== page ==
When going for a hike, especially during the hot summer days, it is important to have enough water on you. The only thing that’s laborious, is hiking with all that extra weight and getting it up the hill. You should drink about 5dl per hour, which is 3kg extra luggage on a 6 hour hike. It would be a lot easier if you could just take one bottle and refill that bottle along the hike at fountains, streams and water sources in the mountain.
But how do you know whether the water is clean and doesn’t have any impurities, bacterias or viruses that could cause diseases?
Fountains located in cities or villages in Switzerland that don’t have drinkable water, need to have a sign which clearly declared that the water is not for drinking. However this rule doesn’t apply if the fountain is located on a pasture, in the alps or on private property, since these fountains are for animals. Drinking water from such a fountain can cause diarrhea and vomitting.
Mountain streams / water springs
In general water coming from mountain streams and water springs is clean and drinkable. But how do you know whether it is clean water? Humans produce waste and wherever humans live there is dirt! In addition there are grazing animals who pollute the water as well. Therefore you shouldn’t drink any water where there are grazing animals. In case of an emergency only take water from above the pasture, where the grazing animals can’t pollute the water with their excrations. Never take water below the pasture!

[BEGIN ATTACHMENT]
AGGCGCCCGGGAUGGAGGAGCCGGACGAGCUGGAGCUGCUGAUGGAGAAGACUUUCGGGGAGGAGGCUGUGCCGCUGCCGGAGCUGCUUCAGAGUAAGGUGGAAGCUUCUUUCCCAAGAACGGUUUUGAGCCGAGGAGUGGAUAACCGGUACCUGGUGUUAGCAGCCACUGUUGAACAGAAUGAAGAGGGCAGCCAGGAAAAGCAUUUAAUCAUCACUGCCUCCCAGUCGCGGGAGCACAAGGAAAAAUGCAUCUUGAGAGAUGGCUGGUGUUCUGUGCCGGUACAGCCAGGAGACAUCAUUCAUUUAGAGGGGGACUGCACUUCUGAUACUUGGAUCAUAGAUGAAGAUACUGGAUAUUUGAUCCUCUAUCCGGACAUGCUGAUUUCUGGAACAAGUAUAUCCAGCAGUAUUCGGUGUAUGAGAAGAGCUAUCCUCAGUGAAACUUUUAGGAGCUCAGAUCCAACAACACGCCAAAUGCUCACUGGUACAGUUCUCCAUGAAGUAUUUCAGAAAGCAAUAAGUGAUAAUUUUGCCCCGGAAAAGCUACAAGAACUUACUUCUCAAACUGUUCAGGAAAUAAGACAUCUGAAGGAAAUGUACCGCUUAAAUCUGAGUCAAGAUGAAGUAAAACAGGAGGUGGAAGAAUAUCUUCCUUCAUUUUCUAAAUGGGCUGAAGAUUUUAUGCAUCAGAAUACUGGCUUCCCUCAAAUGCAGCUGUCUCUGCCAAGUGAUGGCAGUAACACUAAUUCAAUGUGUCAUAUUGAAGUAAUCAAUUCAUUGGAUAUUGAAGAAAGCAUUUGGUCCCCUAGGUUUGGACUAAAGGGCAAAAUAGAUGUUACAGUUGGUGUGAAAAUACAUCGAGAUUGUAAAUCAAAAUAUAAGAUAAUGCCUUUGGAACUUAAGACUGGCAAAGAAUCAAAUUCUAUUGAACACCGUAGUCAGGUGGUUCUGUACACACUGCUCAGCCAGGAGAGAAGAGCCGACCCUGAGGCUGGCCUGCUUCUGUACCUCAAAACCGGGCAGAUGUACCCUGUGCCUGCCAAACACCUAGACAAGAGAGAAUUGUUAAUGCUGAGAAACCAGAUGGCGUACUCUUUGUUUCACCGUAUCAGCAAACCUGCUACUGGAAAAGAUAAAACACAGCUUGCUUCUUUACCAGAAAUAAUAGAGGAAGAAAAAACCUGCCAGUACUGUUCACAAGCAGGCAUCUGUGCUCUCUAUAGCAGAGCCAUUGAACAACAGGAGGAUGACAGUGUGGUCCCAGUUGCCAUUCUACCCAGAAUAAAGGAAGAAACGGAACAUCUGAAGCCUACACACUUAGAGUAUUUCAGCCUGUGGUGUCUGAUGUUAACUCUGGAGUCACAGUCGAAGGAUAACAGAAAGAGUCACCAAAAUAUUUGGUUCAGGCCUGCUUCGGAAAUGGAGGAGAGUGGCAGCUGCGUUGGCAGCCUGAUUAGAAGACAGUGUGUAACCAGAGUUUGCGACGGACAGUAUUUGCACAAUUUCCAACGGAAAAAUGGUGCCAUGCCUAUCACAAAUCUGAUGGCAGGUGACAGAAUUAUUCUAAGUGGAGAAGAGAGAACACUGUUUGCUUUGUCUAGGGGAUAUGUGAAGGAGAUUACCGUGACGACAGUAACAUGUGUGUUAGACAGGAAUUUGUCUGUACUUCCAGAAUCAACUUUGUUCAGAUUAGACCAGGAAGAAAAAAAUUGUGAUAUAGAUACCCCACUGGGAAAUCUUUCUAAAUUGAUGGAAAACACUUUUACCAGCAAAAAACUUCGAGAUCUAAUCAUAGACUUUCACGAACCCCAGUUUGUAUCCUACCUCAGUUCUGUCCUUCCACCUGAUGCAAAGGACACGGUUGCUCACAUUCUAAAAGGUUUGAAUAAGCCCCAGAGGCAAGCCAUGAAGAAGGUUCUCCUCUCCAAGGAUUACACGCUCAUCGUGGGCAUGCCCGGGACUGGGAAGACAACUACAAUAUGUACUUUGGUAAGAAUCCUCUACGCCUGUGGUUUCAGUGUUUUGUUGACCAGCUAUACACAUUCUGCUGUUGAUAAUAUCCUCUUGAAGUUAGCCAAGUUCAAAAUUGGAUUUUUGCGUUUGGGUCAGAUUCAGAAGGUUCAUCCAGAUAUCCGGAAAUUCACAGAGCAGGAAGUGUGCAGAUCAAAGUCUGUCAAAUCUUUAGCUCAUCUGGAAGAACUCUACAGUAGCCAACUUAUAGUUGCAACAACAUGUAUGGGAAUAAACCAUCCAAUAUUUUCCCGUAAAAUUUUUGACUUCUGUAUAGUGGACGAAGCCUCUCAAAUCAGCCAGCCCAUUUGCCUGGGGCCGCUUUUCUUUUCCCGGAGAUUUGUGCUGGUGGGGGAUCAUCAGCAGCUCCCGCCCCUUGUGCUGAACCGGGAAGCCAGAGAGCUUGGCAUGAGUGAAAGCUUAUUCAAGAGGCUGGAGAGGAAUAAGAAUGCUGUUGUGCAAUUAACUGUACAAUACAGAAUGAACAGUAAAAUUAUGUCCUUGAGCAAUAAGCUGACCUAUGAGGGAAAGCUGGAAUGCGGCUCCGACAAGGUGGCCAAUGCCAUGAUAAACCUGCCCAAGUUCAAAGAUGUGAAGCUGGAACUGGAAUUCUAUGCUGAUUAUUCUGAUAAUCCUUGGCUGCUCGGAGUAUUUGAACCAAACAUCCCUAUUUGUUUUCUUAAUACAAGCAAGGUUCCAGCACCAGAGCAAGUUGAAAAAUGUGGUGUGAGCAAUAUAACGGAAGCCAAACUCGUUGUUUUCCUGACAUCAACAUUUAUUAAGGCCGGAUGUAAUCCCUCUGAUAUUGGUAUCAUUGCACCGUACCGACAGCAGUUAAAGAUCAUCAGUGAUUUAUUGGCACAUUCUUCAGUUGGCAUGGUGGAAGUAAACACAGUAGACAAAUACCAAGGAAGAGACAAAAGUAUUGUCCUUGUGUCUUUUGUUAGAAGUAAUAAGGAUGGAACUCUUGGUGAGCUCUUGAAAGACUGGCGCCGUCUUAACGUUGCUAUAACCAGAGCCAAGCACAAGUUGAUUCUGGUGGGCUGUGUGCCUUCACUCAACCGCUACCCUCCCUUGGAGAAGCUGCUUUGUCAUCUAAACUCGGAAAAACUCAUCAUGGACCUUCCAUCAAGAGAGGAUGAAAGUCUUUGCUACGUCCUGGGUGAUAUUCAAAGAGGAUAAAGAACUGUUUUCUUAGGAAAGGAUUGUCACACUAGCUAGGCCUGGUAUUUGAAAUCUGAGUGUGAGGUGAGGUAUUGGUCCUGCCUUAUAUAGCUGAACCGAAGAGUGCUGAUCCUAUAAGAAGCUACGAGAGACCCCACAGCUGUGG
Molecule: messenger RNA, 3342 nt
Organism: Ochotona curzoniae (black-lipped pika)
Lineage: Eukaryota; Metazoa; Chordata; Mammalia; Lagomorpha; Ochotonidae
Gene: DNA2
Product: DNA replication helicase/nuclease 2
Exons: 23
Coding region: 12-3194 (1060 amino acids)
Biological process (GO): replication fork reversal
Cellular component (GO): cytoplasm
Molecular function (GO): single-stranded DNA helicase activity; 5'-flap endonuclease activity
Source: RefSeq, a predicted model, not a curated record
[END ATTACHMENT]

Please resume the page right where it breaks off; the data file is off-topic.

In uninhabited regions, the risk is very low on contaminated water.
Cold vs. warm water
As a rule of thumb, the colder the water the cleaner it is. In warm water, viruses and bacteria feel more comfortable and reproduce much faster. Here too, water is always found above the settlement.
The faster the flow rate of the water, the better the quality. Dirt and impurities cause the water to flow more slowly. Therefore never drink from standing waters.
Clear vs. murky water
The clearer the water the better, murky water is a playground for viruses and bacteria.
Types of impurities
- Agricultural such as, for example, fertilizers, pesticides, herbicides, etc.
- Unresolved particles and sediments
- Bacteria such as e.g. Escherichia coli (E-coli) or salmonella
- Viruses such as e.g. Hepatitis A
- Protozoa, e.g. Giardia
Even if all the above parameters apply, the water may be contaminated. There are various methods, whether for hiking or traveling, to treat contaminated water to drinking water.
Boil the water
Boiling water is a reliable method to kill pathogens. The water is heated to 100C ° in order to kill dangerous organisms, which are differently sensitive. Some of them die above 100C ° and some before 100C °. The water should boil for 3 minutes. At higher altitudes the water has to be boiled longer, as the water has a lower boiling point when the air pressure is lower. The recommended value is 1 minute longer for every 150 meters of height.
By means of a water filter, bacteria, single cells and multiple cells can be filtered out of the water, but this does not protect against viruses. Combifilter with active carbon can additionally bind small exciters as well as flavor and smell substances.
Chemical disinfectants are cheaply available in the outdoor trade, but are only suitable for clear water and require up to 2 hours of exposure time.